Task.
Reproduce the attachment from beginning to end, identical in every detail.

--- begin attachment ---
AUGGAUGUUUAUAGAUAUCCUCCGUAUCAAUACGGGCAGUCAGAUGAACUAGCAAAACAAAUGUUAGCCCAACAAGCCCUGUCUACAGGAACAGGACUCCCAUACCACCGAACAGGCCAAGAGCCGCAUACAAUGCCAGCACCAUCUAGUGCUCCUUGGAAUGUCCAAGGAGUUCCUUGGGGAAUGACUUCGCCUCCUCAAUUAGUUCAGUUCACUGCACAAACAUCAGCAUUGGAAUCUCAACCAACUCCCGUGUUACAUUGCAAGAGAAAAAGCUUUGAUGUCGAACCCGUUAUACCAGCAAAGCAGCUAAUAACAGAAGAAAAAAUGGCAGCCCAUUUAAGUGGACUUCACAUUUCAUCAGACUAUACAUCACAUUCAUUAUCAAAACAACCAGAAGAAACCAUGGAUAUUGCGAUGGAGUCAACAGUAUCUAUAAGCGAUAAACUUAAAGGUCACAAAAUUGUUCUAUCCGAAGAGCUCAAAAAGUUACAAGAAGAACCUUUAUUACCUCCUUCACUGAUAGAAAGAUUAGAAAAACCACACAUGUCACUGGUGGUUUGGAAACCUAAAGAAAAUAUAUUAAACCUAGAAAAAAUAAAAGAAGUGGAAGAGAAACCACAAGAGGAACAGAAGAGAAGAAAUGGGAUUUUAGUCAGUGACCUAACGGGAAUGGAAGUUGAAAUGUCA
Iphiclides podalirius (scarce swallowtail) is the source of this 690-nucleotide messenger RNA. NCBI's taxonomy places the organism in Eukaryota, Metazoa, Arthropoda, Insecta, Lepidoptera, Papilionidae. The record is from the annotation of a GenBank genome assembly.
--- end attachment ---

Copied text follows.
AUGGAUGUUUAUAGAUAUCCUCCGUAUCAAUACGGGCAGUCAGAUGAACUAGCAAAACAAAUGUUAGCCCAACAAGCCCUGUCUACAGGAACAGGACUCCCAUACCACCGAACAGGCCAAGAGCCGCAUACAAUGCCAGCACCAUCUAGUGCUCCUUGGAAUGUCCAAGGAGUUCCUUGGGGAAUGACUUCGCCUCCUCAAUUAGUUCAGUUCACUGCACAAACAUCAGCAUUGGAAUCUCAACCAACUCCCGUGUUACAUUGCAAGAGAAAAAGCUUUGAUGUCGAACCCGUUAUACCAGCAAAGCAGCUAAUAACAGAAGAAAAAAUGGCAGCCCAUUUAAGUGGACUUCACAUUUCAUCAGACUAUACAUCACAUUCAUUAUCAAAACAACCAGAAGAAACCAUGGAUAUUGCGAUGGAGUCAACAGUAUCUAUAAGCGAUAAACUUAAAGGUCACAAAAUUGUUCUAUCCGAAGAGCUCAAAAAGUUACAAGAAGAACCUUUAUUACCUCCUUCACUGAUAGAAAGAUUAGAAAAACCACACAUGUCACUGGUGGUUUGGAAACCUAAAGAAAAUAUAUUAAACCUAGAAAAAAUAAAAGAAGUGGAAGAGAAACCACAAGAGGAACAGAAGAGAAGAAAUGGGAUUUUAGUCAGUGACCUAACGGGAAUGGAAGUUGAAAUGUCA
Iphiclides podalirius (scarce swallowtail) is the source of this 690-nucleotide messenger RNA. NCBI's taxonomy places the organism in Eukaryota, Metazoa, Arthropoda, Insecta, Lepidoptera, Papilionidae. The record is from the annotation of a GenBank genome assembly.